There is now “light at the end of the tunnel” for the UK economy, according to the Bank of England.
Spencer Dale, one of the Bank of England’s key rate-setters, made his prediction of a return to growth in the later part of the year, backing Governor Mervyn King’s comments in a rare TV interview that there were definitely “signs of a slow recovery”.
The Bank’s comments will give embattled Chancellor George Osborne – who yesterday faced a worse-than-expected public borrowing figure that set an August record of £14.4bn – a welcome boost, coming ahead of a week of what is predicted to be better news for the UK economy.
Mr Dale said on a visit to eastern England that there were encouraging signs that business is able to borrow again from the banks following the BoE’s £80bn Funding for Lending scheme launched in August.
And then the light grows dimmer
The cause is that flood of red ink emanating from the latest British budget numbers.
From Rachel Cooper of the London Telegraph:
Britain could be heading for a bigger budget deficit next year than crisis-hit Greece and Spain, according to research by Morgan Stanley.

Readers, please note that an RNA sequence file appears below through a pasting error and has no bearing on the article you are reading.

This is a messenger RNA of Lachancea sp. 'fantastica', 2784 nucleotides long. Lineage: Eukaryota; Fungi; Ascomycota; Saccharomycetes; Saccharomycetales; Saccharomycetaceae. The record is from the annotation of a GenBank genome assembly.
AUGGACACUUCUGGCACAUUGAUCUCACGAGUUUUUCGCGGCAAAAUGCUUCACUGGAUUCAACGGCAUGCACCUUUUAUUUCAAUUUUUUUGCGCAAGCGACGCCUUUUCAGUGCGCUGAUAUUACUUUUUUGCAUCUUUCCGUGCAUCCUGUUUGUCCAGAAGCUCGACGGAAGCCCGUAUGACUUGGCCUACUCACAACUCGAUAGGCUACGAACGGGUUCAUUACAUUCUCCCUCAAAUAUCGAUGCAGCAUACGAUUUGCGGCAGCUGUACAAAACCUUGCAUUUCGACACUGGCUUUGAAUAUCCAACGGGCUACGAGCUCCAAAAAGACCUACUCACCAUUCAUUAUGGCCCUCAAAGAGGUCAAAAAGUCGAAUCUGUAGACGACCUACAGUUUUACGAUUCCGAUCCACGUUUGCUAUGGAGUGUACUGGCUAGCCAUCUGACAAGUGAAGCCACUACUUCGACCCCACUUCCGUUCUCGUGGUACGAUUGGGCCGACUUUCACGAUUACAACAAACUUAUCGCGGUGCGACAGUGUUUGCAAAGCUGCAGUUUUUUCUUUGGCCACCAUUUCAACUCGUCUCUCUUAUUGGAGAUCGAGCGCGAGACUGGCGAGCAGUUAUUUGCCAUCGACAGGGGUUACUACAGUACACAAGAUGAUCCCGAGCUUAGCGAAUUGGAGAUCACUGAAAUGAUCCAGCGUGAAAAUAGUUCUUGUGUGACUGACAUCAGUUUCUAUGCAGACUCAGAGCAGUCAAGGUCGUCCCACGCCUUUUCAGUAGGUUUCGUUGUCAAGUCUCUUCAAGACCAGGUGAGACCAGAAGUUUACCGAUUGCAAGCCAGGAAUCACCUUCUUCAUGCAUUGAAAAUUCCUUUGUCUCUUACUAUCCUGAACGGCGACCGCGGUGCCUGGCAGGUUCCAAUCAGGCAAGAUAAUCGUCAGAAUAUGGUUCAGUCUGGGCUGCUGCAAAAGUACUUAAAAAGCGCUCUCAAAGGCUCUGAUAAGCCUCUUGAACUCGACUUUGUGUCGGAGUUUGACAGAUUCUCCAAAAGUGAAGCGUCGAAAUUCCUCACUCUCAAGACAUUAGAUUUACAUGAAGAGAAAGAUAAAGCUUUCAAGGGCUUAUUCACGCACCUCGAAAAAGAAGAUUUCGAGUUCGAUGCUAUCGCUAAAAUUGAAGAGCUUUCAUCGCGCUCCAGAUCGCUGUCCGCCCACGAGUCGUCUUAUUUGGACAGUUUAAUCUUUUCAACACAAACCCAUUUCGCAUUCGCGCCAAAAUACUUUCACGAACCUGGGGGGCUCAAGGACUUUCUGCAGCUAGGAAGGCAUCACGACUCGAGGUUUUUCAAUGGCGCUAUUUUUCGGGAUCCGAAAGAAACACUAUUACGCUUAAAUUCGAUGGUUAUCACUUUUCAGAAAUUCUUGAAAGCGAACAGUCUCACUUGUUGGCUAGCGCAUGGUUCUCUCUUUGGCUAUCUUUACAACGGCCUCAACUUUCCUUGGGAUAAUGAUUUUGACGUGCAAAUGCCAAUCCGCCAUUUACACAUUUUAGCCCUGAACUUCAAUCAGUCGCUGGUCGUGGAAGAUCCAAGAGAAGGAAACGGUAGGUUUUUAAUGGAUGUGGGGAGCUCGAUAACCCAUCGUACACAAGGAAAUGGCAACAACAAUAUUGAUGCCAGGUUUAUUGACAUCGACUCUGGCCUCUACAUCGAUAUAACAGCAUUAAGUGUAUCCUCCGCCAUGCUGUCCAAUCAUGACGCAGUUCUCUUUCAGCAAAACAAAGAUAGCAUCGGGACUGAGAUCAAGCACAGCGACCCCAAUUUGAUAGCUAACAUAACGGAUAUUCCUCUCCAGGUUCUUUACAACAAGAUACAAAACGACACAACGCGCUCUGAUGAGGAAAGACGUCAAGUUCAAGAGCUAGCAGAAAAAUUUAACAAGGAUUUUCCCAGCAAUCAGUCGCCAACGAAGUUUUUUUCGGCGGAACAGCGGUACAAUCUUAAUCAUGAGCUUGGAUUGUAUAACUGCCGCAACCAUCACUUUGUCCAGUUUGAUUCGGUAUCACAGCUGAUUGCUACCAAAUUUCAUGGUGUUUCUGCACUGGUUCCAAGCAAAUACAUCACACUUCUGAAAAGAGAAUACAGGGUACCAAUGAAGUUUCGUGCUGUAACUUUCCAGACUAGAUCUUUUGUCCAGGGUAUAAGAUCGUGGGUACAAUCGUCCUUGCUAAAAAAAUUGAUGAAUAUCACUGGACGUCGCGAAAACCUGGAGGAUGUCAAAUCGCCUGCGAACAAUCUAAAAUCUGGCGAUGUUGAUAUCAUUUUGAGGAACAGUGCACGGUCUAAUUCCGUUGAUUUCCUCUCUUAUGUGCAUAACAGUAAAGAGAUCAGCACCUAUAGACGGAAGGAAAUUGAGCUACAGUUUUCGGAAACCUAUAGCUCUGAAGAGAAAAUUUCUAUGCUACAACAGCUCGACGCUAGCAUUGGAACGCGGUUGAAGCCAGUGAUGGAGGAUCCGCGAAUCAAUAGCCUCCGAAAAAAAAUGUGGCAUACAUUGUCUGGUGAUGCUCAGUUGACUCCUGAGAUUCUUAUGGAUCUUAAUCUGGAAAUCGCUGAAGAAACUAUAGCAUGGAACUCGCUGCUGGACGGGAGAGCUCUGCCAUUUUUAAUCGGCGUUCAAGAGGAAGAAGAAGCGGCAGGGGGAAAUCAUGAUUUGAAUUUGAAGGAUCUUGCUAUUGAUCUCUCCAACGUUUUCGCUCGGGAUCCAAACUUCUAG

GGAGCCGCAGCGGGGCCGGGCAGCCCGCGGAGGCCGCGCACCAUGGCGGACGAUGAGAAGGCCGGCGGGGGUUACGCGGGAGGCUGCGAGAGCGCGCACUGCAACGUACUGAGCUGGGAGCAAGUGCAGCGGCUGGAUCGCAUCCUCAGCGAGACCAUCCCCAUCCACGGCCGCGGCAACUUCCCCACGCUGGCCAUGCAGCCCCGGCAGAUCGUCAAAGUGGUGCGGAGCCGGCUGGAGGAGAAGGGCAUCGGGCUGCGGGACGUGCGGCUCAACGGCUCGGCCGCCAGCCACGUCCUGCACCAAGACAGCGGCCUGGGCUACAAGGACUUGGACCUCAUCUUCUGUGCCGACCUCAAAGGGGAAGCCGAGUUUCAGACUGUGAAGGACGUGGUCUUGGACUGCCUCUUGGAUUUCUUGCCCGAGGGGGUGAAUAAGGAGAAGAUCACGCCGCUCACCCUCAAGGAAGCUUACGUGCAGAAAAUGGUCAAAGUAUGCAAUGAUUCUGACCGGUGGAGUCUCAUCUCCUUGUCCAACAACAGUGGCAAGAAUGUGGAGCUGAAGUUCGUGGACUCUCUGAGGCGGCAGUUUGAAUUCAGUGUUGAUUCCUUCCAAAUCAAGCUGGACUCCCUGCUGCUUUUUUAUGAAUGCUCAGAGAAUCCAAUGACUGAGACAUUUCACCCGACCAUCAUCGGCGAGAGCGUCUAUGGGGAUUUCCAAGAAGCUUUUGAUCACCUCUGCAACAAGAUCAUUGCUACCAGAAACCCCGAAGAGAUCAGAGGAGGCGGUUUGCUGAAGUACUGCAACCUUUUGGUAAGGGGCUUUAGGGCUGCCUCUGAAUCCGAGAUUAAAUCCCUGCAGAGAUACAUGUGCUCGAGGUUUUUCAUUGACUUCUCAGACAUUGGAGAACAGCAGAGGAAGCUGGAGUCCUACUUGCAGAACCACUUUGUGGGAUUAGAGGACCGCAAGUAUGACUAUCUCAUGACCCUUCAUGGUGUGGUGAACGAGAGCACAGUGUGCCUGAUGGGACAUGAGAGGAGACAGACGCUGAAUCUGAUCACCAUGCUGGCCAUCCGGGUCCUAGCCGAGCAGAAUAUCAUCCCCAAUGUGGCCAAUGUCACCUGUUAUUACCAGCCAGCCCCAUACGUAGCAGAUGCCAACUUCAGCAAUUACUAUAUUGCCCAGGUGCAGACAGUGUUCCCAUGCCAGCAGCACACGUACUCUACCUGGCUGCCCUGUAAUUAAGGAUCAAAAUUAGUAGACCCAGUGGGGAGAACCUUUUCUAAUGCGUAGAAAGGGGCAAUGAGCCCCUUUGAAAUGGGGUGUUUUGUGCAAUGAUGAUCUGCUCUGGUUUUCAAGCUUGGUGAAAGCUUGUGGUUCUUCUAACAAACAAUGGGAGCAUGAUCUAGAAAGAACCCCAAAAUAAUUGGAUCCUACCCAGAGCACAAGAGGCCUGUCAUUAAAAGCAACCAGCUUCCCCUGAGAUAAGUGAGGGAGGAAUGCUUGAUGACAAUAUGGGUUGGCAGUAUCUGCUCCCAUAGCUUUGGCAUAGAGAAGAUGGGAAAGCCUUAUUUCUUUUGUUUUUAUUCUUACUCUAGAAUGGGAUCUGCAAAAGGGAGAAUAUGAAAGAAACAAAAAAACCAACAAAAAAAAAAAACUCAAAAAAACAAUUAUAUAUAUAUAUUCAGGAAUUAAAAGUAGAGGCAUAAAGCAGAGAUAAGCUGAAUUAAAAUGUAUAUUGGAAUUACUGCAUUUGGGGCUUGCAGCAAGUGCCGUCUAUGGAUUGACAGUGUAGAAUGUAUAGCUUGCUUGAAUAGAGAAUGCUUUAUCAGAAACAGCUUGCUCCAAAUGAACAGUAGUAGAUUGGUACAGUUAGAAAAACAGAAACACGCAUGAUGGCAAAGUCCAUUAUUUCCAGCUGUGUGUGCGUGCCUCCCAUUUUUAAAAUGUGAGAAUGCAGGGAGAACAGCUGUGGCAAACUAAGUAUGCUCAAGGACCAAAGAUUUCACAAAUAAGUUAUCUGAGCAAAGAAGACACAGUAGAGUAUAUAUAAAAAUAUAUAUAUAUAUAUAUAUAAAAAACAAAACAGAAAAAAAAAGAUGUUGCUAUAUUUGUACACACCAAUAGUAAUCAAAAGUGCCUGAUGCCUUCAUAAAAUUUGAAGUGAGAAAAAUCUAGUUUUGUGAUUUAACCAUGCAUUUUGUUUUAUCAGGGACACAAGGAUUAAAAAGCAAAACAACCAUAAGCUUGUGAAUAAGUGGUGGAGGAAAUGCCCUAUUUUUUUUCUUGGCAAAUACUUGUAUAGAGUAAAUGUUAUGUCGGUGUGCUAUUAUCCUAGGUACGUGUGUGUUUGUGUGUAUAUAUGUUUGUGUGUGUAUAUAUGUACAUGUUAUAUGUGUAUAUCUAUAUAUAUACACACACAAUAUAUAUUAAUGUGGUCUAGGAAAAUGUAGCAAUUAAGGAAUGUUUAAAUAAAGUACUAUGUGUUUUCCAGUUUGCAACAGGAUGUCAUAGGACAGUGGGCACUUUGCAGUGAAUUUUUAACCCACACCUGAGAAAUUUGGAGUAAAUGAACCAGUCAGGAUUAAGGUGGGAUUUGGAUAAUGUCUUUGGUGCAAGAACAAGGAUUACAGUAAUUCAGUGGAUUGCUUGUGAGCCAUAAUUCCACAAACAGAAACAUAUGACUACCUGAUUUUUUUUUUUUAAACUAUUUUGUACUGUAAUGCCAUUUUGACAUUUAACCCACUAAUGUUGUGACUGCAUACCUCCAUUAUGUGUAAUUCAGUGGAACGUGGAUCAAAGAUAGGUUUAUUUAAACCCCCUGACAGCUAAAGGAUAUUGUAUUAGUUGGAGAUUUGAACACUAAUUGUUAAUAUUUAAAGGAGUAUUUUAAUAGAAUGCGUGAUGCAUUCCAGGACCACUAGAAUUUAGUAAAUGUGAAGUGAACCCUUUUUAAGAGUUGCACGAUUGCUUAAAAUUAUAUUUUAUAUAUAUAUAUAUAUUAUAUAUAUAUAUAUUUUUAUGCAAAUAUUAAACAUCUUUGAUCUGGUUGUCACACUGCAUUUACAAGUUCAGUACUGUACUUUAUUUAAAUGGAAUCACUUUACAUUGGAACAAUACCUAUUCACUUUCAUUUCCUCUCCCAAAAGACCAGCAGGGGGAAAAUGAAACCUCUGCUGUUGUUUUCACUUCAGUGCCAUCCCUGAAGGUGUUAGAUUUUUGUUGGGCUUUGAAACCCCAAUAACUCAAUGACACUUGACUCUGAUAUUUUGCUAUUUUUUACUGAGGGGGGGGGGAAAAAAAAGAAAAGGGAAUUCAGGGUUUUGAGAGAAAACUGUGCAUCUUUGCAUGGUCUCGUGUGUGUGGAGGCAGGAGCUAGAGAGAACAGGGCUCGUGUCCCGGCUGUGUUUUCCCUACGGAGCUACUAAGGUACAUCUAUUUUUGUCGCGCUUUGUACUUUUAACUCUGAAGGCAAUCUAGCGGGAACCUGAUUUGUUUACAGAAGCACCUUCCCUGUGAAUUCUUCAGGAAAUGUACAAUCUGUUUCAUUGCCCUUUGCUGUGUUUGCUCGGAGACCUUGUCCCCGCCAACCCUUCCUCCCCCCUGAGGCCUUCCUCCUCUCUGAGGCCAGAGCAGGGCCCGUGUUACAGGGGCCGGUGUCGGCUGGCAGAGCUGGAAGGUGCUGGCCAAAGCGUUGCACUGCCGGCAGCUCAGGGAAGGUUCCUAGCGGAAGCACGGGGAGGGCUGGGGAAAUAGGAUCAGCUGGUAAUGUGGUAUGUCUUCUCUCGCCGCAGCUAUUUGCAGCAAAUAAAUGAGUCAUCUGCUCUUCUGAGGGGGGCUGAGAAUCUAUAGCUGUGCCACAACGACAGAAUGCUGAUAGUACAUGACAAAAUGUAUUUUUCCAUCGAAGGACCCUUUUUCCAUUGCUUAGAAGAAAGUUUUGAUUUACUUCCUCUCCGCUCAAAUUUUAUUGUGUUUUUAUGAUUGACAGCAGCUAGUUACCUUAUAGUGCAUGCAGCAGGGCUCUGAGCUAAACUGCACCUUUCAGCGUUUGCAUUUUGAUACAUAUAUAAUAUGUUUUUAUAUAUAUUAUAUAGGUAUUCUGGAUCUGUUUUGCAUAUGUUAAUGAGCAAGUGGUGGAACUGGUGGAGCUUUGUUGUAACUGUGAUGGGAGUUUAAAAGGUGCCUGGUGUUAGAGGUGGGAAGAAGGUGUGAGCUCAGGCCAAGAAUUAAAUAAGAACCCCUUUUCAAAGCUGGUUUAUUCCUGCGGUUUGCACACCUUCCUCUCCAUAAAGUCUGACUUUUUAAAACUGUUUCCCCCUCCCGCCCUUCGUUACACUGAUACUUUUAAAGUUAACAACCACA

Economists at the investment bank calculated that Britain’s budget deficit could total £126bn, or 7.8pc, of gross domestic product in 2013-14.
That would make Britain’s the highest projected European deficit, with Morgan Stanley predicting that Greece’s would stand at 6.3pc and Spain’s at just under 6pc. The Office for Budget Responsibility currently predicts that Britain’s budget deficit could be £98bn next year, or 5.9pc of GDP.
Morgan Stanley’s forecasts underline the pressure on Chancellor George Osborne efforts to cut the deficit, as official figures last week showed that government borrowing for the first five months of the financial year was running at more than 25pc over target.